A kit for carrying out the method of the invention comprises at least one, but preferably two or more reference analytes, each of which binds specifically to a different binding site of a multi-site target ligand, reversibly and with a defined association/dissociation behaviour (sufficiently different from that (those) of the analyte(s) as mentioned above). Preferably, for each analyte/reference analyte combination, the analyte has a binding curve with visible association and dissociation phases, and the reference analyte has a binding curve with a square wave shape, or vice versa.
Advantageously, there is provided in the kit, for at least one of the binding sites on the ligand, at least one reference analyte whose interaction with the biomolecule can be represented by a binding curve having visible association and dissociation phases, and at least one reference analyte whose interaction with the biomolecule can be represented by a binding curve having a square wave type shape.
In a preferred embodiment, the kit comprises a plurality of pairs of reference analytes, each binding to a different binding site on the ligand and comprising (i) a reference analyte whose interaction with the biomolecule can be represented by a binding curve having visible association and dissociation phases, and (ii) a reference analyte whose interaction with the biomolecule can be represented by a binding curve having a square wave type shape. Preferably, there is provided in the kit one such pair of reference analytes with different properties for each binding site of interest on the ligand.
In another preferred embodiment, the kit additionally comprises a computer program product as described above which contains program code means, e.g., stored on a computer readable medium, for performing the method.
The detection technique used for determining dissociation data in accordance with the present invention may readily be selected by the skilled person from a large number of detection techniques that are presently known, or will be known in the future. A convenient way of performing the method of the present invention is using a biosensor. A biosensor is broadly defined as a device that uses a component for molecular recognition (for example a layer with immobilised antibodies) in conjunction with a solid state physicochemical transducer. Biosensors may be based on a variety of detection methods. Typically such methods include, but are not limited to, mass detection methods, such as piezoelectric, optical, thermo-optical and surface acoustic wave (SAW) device methods, and electrochemical methods, such as potentiometric, conductometric, amperometric and capacitance/impedance methods. With regard to optical detection methods, representative methods include those that detect mass surface concentration, such as reflection-optical methods, including both external and internal reflection methods, angle, wavelength, polarization, or phase resolved, for example evanescent wave ellipsometry and evanescent wave spectroscopy (EWS, or Internal Reflection Spectroscopy), both may include evanescent field enhancement via surface plasmon resonance (SPR), Brewster angle refractometry, critical angle refractometry, frustrated total reflection (FTR), scattered total internal reflection (STIR)—which may include scatter enhancing labels, optical wave guide sensors; external reflection imaging, evanescent wave-based imaging such as critical angle resolved imaging, Brewster angle resolved imaging, SPR-angle resolved imaging, and the like. Further, photometric and imaging/microscopy methods, “per se” or combined with reflection methods, based on for example surface enhanced Raman spectroscopy (SERS), surface enhanced resonance Raman spectroscopy (SERRS), evanescent wave fluorescence (TIRF) and phosphorescence may be mentioned, as well as waveguide interferometers, waveguide leaking mode spectroscopy, reflective interference spectroscopy (RIfS), transmission interferometry, holographic spectroscopy, and atomic force microscopy (AFR).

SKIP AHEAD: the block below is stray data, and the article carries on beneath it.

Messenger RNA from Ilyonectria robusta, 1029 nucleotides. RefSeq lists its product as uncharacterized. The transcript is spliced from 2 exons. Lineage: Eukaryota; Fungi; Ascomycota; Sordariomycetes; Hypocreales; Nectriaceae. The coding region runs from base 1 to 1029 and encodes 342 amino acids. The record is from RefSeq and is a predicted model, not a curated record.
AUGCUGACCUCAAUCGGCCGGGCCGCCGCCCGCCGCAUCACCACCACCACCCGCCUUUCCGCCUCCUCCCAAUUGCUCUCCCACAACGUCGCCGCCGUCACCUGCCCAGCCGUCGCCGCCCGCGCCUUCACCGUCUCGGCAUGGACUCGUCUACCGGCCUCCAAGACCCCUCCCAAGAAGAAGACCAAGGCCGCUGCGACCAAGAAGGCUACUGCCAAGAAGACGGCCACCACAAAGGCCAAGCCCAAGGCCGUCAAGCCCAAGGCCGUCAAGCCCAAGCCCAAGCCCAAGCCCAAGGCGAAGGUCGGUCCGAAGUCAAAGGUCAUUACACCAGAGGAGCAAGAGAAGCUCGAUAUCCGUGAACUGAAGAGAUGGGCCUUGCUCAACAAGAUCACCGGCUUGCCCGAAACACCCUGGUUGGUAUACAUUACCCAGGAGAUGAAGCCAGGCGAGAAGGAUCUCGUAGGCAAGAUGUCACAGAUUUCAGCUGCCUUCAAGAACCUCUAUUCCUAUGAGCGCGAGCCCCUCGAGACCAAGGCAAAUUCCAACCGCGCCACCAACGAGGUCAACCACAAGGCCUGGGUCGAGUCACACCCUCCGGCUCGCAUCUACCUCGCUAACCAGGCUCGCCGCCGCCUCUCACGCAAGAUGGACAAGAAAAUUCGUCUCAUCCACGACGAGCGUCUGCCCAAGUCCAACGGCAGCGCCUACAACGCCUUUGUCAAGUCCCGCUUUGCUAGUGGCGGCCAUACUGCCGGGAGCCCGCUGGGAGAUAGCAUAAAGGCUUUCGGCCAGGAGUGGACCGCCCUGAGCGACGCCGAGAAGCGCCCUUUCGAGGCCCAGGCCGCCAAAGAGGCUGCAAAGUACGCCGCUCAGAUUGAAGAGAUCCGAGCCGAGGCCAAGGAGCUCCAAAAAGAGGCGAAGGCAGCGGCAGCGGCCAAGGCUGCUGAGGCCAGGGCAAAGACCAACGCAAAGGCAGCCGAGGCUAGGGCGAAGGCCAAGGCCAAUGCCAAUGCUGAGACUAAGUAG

Biosensor systems based on SPR as well as FTR are commercially available today. Exemplary such SPR-biosensors include the above-mentioned BIACORE® instruments sold by Biacore AB (Uppsala, Sweden). A detailed discussion of the technical aspects of the BIACORE® instruments and the phenomenon of SPR may be found in U.S. Pat. No. 5,313,264. More detailed information on matrix coatings for biosensor sensing surfaces is given in, for example, U.S. Pat. Nos. 5,242,828 and 5,436,161. In addition, a detailed discussion of the technical aspects of the biosensor chips used in connection with the BIACORE instrument may be found in U.S. Pat. No. 5,492,840. The full disclosures of the above-mentioned U.S. patents are incorporated by reference herein.
In the following Examples, various aspects of the present invention are disclosed more specifically for purposes of illustration and not limitation.
- A. Example 1
Determination of HSA-Binding Site Specificity
Immobilization of HSA on Sensor Chip